2023 Annual Meeting of the Renaissance Society of America, San Juan, Puerto Rico
IAS-Sponsored Session

Transgressing the Socially Controlled Body of Early Modern Italy II: Public Persona and the Body

Organizer: Rebecca Marie Howard, University of Memphis

Organizer and Chair: Caroline Koncz, Angelo State University

Centuries beyond the early modern period, bodies continue to be controlled and held to certain socially

fabricated and problematic expectations. Social and gendered standards placed on early modern persons (realized through the issuing of sumptuary legislation, conduct literature, and clerical/state legislation, to name only a few sources), are often the forces behind artistic depictions of period bodies. The papers in these panels thus seek to consider how social constructs impacted early modern artists’ renderings of figures, either from life, history, and/or fiction. Speaking to the theme of the socially constructed and controlled body in early modern Italy, papers will explore subjects such as transgressive and/or confirmative depictions of bodies; defining, performing, and/or blurring gender roles; transgressive dressing; cross-dressing; and the nude or the body undressed. Discussions of such policing of early modern bodies may reflect contemporary efforts that further attempt control over the bodies and lives of certain individuals.


Kendra Grimmett, University of Pennsylvania
Emulating ‘The Courtier’ in ‘The Honeysuckle Bower’

From 1600 to 1608, the Flemish painter Peter Paul Rubens served as a court artist to Vincenzo Gonzaga, Duke of Mantua. During those formative years in Italy, Rubens learned and adopted the decorous comportment of an ideal courtier as described by Baldassare Castiglione in Il Cortegiano, first published in 1528 but still popular in the seventeenth century. In 1609, one year after returning to Antwerp, Rubens painted himself and his wife Isabella Brant in The Honeysuckle Bower (above). In addition to representing himself as a capable and loving husband, I argue that Rubens fashions himself as an effortlessly graceful, Italianate courtier, embodying the concept of sprezzatura in the arrangement of his clothing and the position of his shapely equestrian’s calves. This paper considers how Rubens’s time in Italy informed his understanding of masculinity and his depictions of the ideal male body—including his own body.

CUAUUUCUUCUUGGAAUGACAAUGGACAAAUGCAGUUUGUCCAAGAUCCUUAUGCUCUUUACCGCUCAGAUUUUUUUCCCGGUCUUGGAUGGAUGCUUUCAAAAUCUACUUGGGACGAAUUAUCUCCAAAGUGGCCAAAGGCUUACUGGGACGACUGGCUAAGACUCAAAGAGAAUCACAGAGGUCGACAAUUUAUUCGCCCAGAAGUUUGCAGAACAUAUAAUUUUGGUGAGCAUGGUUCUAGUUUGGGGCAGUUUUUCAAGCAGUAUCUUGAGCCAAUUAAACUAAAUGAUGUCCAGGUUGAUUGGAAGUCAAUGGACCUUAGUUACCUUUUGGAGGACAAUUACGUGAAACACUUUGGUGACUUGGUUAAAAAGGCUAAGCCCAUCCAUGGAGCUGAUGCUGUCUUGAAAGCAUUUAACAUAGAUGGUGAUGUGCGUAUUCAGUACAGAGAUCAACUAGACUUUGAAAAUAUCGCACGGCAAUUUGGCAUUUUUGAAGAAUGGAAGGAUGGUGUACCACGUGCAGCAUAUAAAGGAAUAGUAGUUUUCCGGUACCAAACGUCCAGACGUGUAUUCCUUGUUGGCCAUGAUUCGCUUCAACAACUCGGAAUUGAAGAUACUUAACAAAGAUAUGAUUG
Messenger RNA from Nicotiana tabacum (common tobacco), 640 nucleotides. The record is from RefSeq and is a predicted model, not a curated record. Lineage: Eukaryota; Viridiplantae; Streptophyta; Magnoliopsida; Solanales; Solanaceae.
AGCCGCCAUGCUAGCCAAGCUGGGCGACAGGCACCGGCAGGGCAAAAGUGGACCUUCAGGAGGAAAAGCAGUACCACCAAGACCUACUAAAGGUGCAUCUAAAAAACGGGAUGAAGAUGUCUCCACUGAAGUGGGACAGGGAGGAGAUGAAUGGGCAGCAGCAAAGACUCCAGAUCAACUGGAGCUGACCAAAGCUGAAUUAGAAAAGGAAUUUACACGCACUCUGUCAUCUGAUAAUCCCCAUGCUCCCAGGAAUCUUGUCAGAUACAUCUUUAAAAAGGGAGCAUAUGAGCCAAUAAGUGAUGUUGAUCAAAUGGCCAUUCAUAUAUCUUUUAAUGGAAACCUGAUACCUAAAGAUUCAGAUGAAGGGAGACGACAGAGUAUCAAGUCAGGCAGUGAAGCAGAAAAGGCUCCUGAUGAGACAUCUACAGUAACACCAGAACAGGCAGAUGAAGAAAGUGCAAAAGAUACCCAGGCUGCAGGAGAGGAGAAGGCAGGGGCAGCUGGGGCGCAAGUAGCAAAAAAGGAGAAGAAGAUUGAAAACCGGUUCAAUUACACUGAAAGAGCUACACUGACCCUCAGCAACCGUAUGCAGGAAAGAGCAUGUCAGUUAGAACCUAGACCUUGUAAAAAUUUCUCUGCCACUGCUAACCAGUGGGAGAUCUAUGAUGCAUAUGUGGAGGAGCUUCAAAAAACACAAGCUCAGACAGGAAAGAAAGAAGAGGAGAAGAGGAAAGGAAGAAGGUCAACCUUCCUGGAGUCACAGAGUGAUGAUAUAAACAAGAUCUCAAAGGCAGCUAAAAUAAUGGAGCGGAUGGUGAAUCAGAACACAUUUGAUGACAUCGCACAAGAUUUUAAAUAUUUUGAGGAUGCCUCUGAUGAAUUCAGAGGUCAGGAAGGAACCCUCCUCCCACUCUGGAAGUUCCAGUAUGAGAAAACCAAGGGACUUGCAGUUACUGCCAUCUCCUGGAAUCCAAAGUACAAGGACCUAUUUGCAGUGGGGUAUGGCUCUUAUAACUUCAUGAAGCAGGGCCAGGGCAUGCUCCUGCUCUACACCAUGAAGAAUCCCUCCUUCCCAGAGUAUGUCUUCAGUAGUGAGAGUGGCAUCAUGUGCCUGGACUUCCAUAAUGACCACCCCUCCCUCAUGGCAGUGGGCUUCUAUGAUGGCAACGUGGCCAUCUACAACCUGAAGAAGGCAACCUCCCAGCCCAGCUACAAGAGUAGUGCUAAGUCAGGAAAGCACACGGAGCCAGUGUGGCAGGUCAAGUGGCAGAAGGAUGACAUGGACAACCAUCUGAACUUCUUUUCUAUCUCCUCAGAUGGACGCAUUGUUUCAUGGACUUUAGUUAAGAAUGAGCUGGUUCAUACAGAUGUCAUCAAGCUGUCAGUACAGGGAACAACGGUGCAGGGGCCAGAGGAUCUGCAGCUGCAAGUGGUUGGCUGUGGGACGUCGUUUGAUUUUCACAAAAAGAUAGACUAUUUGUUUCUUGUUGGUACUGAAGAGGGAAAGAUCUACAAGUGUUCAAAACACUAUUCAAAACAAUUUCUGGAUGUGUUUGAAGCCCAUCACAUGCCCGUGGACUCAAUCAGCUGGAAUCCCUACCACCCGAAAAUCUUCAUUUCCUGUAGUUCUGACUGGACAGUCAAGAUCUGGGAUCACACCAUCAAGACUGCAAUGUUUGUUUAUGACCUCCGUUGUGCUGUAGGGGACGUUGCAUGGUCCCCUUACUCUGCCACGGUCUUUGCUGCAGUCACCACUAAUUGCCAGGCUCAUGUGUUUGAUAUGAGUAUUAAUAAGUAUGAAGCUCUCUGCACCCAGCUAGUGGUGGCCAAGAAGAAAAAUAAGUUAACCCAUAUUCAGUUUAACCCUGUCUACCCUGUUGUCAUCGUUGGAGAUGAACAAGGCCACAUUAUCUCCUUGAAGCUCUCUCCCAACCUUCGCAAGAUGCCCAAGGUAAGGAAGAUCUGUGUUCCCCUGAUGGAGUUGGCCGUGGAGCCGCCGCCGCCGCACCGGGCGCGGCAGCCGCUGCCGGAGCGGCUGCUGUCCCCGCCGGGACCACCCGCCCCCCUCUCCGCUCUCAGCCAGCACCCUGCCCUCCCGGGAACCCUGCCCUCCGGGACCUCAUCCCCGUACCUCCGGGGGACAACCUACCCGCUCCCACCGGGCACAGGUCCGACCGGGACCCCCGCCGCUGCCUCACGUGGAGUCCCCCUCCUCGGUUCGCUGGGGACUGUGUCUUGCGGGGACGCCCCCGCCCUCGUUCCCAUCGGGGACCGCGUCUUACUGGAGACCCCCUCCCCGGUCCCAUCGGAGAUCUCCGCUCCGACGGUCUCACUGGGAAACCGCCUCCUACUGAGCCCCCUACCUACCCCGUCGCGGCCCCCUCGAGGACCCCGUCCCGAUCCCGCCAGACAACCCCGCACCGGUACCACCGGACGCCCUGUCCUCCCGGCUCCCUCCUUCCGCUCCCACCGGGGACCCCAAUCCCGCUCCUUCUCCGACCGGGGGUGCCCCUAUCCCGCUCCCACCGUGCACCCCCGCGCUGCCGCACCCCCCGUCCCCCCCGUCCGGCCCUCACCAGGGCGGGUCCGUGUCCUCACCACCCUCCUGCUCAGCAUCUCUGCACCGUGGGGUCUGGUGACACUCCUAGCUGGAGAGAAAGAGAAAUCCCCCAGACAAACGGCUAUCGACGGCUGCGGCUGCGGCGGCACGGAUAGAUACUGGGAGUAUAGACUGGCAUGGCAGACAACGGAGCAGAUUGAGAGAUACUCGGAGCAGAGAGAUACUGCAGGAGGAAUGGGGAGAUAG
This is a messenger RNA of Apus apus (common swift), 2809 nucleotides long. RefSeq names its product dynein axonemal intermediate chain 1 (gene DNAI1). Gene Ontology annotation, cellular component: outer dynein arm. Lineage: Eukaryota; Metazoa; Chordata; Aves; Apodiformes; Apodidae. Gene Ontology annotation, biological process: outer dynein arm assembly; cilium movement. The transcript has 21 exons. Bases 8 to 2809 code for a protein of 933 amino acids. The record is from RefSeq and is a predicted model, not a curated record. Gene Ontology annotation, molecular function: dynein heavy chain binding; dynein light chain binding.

Kathleen Peters, Oglethorpe University
‘Carnevale’ and a Tridentine Indictment of Crossdressing Men

In Tridentine Italy, Cardinal Carlo Borromeo’s Discorso contro il Carnevale bitterly denounces the inappropriate liberties practiced at Carnival, with its disruption of social norms and transgression of social boundaries. This Borromean position is reflected in Chapel XIII of the Sacro Monte di Orta, “Saint Francis led through the Streets,” the textual basis of which concerns Francis’ humility. However, in the theatrical staging of the terracotta diorama and accompanying frescos, Francis is led through a visual swarm of Carnival celebrants, many of whom are liminal figures: drunks, a short person, a Jewish prisoner, the physically impaired, a costumed King of Carnival, and several crossdressing men. The crowd presents a world turned upside down. This paper explores the history of crossdressing men in Renaissance Italy and the Catholic Church’s response though the deployment of soft power: i.e. didactic instruction on sin and penance through the visual program of Chapel XIII.

Claudia Lazzaro, Cornell University
Duke Cosimo’s Breasts

Duke Cosimo de’ Medici wears ancient Roman armor in Baccio Bandinelli’s little discussed marble bust in the Metropolitan Museum. Unlike its Roman imperial models and his Bargello version, the duke’s muscle cuirass appears to represent a bare torso with ribs, substantial pectorals, areolas, and nipples. It recalls the muscular anatomy and ambiguity between body and armor of Michelangelo’s Duke Giuliano. However, Bandinelli’s bust is a recognizable portrait and the anatomy implies the duke’s own robust body. A living ruler portrayed nude was a performance of masculinity and a sign of power precisely because it was audacious and transgressive, as both Mussolini and Putin were aware. That the bust is seemingly, but not actually, a naked torso parallels sixteenth-century concerns with appearing versus being. A conspicuous breast with nipple also appears in other portrayals of Cosimo and serves as a sign of and abbreviation for the nude body of the ruler.

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